W. Leontief and A. Strout, “Multi-Regional Input-Output Analysis,” In: T. Barna, Ed., Structural Interdependence and Economic Development, St Martins Press, London, 1963, pp. 243-259.
 W. Leontief, “Environmental Repercussions and the Economic Structure: An Input-Output Approach,” Review of Economic Statistics, Vol. 52, No. 3, 1970, pp. 262-277.
 A. Idenburg and H. Wilting, “DIMITRI: A Dynamic Input-Output Model to Study the Impacts of Technology Related Innovations,” The WIII International Conference on Input-Output Techniques, University of Macerata, Italy, 21-25 August 2000.
 A. Idenburg and H. Wilting, “DIMITRI: A Model for the Study of Policy Issues in Relation to the Economy, Technology and the Environment,” In: J. C. J. M. van den Bergh and M. A. Janssen, Eds., Economics of Industrial Ecology: Materials, Structural Change and Spatial Scales, MIT Press, Cambridge, 2004, pp. 223-252.
 H. Wilting, A. Faber and A. Idenburg, “Exploring Technology Scenarios with an Input-Output Model,” The International Conference on Input-Output and General Equilibrium: Data, Modelling and Policy Analysis, Brussels, 2-4 September 2004.
 C. Brink and A. Idenburg, “Cost-Effective Pollution Abatement in an Input-Output Model,” Netherlands Environmental Assessment Agency, Unpublished Report, 2007.
 A. Van der Veen, “Disasters and Economic Damage: Macro, Meso and Micro Approaches,” Disaster Prevention and Management, Vol. 13, No. 4, 2004, pp. 274-279.
 S. Cole, E. Pantoja and V. Razak, “Social Accounting for Disaster Preparedness and Recovery Planning,” NCEER, Buffalo, 1993.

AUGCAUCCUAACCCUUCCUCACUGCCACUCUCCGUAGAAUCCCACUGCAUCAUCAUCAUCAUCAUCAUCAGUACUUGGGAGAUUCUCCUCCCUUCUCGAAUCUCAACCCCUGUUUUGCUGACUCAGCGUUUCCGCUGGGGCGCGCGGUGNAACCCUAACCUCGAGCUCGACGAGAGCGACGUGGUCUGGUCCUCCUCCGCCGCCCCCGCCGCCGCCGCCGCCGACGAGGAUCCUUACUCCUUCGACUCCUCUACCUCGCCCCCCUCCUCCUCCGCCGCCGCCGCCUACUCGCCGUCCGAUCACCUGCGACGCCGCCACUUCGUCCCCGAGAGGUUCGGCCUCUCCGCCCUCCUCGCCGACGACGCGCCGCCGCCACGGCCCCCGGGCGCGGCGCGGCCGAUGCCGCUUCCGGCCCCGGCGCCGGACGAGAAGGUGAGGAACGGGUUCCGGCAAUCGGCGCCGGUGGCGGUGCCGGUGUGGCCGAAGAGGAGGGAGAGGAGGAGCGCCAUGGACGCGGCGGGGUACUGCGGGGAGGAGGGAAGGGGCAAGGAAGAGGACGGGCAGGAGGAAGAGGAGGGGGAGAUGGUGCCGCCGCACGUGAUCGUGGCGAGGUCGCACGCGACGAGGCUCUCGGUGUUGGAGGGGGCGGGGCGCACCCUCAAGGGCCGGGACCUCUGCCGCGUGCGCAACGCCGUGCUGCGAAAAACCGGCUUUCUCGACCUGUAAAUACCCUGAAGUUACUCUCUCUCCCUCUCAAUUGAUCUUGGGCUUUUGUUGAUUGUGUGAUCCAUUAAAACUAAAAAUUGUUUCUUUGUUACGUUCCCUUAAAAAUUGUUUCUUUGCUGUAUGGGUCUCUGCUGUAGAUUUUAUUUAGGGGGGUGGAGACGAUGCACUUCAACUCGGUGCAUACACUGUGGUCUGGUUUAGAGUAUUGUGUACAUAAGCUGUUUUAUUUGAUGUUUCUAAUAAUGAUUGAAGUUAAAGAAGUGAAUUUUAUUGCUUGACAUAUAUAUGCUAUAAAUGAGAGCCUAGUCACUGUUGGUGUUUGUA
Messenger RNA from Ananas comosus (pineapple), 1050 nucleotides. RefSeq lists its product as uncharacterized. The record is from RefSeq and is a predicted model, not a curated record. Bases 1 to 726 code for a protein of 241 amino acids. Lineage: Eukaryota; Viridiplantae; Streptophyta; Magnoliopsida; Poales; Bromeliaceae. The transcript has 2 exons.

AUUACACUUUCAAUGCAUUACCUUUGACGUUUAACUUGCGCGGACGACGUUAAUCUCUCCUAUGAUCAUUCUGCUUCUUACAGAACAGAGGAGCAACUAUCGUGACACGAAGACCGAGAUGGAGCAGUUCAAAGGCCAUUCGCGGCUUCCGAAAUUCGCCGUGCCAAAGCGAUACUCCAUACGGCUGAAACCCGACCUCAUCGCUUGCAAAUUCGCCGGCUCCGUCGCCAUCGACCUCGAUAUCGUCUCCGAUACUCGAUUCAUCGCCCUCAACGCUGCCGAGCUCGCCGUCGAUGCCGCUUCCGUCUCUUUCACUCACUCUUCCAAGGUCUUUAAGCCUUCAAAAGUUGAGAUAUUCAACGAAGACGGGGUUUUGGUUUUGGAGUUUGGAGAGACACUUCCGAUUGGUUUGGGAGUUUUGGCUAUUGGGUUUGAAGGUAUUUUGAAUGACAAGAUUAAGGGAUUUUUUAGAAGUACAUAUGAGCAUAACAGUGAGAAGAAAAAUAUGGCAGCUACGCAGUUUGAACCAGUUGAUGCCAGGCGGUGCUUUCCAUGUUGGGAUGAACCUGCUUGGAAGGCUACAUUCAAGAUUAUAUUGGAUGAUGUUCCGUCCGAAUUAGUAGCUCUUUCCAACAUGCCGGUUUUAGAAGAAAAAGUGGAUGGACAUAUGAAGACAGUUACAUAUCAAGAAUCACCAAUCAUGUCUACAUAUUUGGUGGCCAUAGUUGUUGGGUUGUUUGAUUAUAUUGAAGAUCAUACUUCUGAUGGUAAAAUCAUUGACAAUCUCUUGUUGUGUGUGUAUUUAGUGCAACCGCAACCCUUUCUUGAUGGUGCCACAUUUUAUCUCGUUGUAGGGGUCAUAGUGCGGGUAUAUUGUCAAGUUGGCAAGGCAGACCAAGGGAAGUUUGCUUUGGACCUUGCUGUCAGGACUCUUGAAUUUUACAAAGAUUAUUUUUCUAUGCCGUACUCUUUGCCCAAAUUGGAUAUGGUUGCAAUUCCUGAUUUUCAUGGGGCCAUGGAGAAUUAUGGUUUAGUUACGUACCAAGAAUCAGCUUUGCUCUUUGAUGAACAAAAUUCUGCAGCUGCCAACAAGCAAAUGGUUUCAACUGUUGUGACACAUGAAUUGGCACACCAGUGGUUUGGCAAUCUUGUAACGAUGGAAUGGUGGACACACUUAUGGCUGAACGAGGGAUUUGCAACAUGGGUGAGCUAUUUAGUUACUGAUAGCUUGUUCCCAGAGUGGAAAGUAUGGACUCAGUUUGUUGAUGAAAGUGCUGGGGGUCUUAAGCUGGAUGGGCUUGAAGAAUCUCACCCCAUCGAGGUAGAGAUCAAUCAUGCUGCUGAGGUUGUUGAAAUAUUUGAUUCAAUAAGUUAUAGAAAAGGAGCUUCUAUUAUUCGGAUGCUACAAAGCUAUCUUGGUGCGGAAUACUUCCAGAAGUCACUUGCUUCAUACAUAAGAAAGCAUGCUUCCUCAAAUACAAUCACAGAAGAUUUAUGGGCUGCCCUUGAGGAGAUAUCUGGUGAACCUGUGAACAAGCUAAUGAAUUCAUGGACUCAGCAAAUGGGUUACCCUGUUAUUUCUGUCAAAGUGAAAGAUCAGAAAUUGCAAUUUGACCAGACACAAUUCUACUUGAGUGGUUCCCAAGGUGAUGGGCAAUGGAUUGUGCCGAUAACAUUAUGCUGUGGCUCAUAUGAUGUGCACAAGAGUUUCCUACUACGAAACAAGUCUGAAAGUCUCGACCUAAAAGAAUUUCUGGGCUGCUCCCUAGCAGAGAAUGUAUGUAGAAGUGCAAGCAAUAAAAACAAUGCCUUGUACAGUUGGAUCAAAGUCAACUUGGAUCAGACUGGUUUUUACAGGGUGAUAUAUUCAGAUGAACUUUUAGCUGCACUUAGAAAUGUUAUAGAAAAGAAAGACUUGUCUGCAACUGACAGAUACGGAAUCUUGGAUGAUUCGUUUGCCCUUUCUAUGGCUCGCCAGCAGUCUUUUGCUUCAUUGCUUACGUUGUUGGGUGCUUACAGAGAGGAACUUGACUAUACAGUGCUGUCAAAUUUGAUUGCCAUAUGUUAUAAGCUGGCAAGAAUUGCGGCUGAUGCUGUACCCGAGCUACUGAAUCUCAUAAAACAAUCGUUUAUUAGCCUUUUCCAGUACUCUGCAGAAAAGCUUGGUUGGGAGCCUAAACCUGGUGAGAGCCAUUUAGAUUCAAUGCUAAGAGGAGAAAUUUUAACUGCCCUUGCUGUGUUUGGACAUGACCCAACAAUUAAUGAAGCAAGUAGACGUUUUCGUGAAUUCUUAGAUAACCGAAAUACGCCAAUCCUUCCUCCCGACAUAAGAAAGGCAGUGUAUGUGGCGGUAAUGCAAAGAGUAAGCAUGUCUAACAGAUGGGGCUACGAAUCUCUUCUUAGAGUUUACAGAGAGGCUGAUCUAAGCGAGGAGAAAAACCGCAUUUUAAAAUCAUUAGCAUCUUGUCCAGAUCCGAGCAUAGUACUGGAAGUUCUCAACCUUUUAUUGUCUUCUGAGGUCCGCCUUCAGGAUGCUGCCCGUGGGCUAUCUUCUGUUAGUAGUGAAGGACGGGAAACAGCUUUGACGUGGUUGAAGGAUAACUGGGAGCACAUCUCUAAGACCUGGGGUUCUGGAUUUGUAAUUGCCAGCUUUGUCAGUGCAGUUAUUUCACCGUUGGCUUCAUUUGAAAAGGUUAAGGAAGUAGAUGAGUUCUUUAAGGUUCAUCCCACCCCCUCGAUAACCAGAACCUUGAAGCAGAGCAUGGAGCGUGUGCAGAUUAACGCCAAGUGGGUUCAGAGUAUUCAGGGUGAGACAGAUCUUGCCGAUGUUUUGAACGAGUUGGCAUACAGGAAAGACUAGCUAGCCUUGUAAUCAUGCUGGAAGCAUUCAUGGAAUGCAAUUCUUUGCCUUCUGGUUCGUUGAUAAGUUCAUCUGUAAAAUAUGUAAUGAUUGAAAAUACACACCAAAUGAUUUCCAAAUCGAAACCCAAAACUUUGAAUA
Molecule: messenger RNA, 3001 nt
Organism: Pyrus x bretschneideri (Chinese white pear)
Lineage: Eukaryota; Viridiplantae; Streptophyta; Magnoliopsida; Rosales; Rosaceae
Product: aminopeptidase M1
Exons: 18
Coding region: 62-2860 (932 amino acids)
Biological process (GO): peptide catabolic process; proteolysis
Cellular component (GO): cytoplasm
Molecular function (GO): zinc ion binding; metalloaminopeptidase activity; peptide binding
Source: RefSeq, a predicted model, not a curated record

S. Cole, “Lifeline and Lvelihood: A Social Accounting Matrix Approach to Calamity Preparedness,” Journal of Contingencies and Crisis Management, Vol. 3, No. 4, 1995, pp. 228-240.
 Y. Okuyama, “Measuring Economic Impacts of Natural Disasters: Application of Sequential Inter-Industry Model (SIM),” Regional Research Institute, West Virginia University, 2002.
 N. Ranger, S. Hallegatte, S. Bhattacharya, M. Bachu, S. Priya, K. Dhore, F. Rafique, P. Mathur, N. Naville, F. Henriet, C. Herweijer, S. Pohit and J. Corfee-Morlot, “An Assessment of the Potential Impact of Climate Change on Flood Risk in Mumbai,” Climatic Change, Vol. 104, No. 1, 2011, pp. 139-167. doi:10.1007/s10584-010-9979-2
 T. Barker, B. Fingleton, K. Homenidou and R. Lewney, “The Regional Cambridge Multi-Sectoral Dynamic Model of the UK Economy,” In: G. Clarke and M. Madden, Eds., Regional Science in Business, Springer-Verlag, Heidelberg, pp. 79-96, 2001.
 Hallegatte, S., “A Dynamical Approach to the Macroeconomic Consequences of Extreme Events in a Climate Change Context,” Centre International de Researche sur L-Environnment et le Developpement, 2005.
 A. Steenge and M. Bockarjova, “Thinking about Imbalances in Post-Catastrophe Economies: An Input-Output Based Proposition,” Economic Systems Research, Vol. 19, No. 2, 2007, pp. 205-223.
 R. Dawson, J. Hall, S. Barr, M. Batty, A. Bristow, S. Carney, A. Dagoumas, S. Evans, A. C. Ford, J. Kohler, M. R. Tight, C. L. Walsh, H. Watters and A. Zanni, “A Blueprint for the Integrated Assessment of Climate Change in Cities,” In: K. Tang, Ed., Green Citynomics. The Urban War against Climate Change, Greenleaf Publishing, Sheffield, 2009, pp. 32-52.
 J. Hall, R. Dawson, S. Barr, M. Batty, A. Bristow, S. Carney, A. Dagoumas, A. Ford, C. Harpham, M. Tight, C. Walsh, H. Watters and A. Zanni,” City-Scale Integrated Assessment of Climate Impacts, Adaptation and Mitigation,” In: R. K. Bose, Ed., Energy Efficient Cities: Assessment Tools and Benchmarking Practices, World Bank, Washington DC, 2010, pp. 43-64.
 C. Walsh, R. Dawson, J. Hall, S. Barr, M. Batty, A. Bristow, S. Carney, A. Dagoumas, A. Alistair Ford, C. Harpham, M. Tight, H. Watters and A. Zanni, “Assessment of Climate Change Mitigation and Adaptation in Cities,” Urban Design and Planning, Vol. 164, No. 2, 2011, pp. 75-84. doi:10.1680/udap.2011.164.2.75